Translating Irish: Two Attempts

Attempt #1: Dublin

For some reason, I decided that we were going to see a play. I mean, I like plays and all, but I think the main reason I wanted to go to a play was that every other night in Ireland was going to consist of drinking and listening to music, and I wanted one thing that was different. I have no idea how I landed on Howie the Rookie by Mark O’Rowe, which was playing at some small theater the name of which is lost to memory. But it was a great choice. I missed some of the beginning of the play, which is told in two monologues, one per act, that continue the same bizarre, violent story from different points of view, because of the accent of the actor. But once I got used to it–a little like with Shakespeare, I need a scene or so to soak in the language before I can understand–it was a fantastic play. The characters were strange and vivid, and the plot twists were shocking, all the more so for the absolute lack of set, props, or other actors. I was completely engrossed and would give anything to see it performed again, although I’m sure it wouldn’t be quite the same taken out of Dublin without Irish actors.

Attempt #2: Train to Galway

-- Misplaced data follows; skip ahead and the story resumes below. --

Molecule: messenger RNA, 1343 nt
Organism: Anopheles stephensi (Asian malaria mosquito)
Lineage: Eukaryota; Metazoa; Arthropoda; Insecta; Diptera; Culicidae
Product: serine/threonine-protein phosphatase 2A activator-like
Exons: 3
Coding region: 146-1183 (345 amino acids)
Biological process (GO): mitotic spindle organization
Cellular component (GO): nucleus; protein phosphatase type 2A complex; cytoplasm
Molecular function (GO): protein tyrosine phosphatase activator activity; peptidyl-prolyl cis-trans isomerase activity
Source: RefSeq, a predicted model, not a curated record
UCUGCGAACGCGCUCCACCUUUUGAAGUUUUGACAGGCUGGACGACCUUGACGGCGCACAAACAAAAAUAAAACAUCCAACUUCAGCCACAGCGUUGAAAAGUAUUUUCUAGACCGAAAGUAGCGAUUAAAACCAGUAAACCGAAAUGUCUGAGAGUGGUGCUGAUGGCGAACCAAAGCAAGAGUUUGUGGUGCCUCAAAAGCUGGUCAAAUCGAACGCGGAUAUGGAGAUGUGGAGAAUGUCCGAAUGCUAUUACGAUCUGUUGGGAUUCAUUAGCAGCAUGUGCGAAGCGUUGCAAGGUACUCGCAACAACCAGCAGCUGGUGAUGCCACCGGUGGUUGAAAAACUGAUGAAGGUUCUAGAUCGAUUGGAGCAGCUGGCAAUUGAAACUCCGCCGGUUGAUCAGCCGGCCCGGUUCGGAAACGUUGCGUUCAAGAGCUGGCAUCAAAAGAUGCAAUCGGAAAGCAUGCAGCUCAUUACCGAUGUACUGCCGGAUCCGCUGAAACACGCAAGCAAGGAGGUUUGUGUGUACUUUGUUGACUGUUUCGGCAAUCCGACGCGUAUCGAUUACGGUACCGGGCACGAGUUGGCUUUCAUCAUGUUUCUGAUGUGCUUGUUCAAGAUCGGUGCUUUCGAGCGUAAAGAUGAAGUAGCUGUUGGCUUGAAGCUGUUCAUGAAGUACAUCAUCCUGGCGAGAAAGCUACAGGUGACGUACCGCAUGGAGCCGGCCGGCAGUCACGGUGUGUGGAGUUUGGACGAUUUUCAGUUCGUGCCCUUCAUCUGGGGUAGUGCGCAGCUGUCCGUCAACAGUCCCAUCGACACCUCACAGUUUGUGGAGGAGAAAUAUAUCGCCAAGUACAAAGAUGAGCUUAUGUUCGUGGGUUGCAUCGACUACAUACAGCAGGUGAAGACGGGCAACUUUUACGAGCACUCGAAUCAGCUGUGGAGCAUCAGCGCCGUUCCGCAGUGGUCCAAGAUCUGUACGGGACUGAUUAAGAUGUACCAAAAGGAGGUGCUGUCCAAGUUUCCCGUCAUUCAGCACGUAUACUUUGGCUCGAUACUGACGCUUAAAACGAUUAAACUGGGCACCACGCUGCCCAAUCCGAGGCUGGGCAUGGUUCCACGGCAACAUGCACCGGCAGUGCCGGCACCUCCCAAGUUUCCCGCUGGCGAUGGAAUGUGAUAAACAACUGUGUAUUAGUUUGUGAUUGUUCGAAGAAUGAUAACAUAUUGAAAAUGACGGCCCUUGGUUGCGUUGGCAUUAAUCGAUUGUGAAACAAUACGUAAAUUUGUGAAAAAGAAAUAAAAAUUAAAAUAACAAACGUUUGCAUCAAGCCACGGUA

We were riding the train across Ireland from Dublin to Galway. It was a Friday, and the train was packed solid with kids going home from university for the weekend, so we had to sit at a table with one random other guy. We were both exhausted from too much music and beer the night before, so we weren’t really speaking much, mostly dozing or staring out the windows. But as we neared the end of the line, we started talking about where we were staying, what we wanted to do first, blah blah. Upon hearing us talk, our seatmate perked up and asked, “Are ya Yanks?” Rather, he said something, and I said, “Sorry?” and then he repeated it, and then I sort of figured that what he meant was, “Are ya Yanks?”  Yes, we were Yanks. Where was he from? A small town near Galway, but he was working in Dublin. I had to ask him to repeat everything at least twice, though, because his Western Irish accent was impenetrable to my ears. He began telling us, with obvious enthusiasm and pride, about his homeland, particularly about the rocky landscape we were traveling through, which is known as the Burren. It’s beautiful in a strange and sort of harsh way, and apparently there was some kind of legend about it, regarding a woman and her child and…. something else? Part of it is that my memory has faded, but most of it is that I just couldn’t understand more than every fifth word, and I stopped asking him to slow down or repeat himself, because it was more lovely to listen to the sound of his voice while watching the countryside roll by than to try to actually learn the history. Sometimes, the meaning just doesn’t matter.

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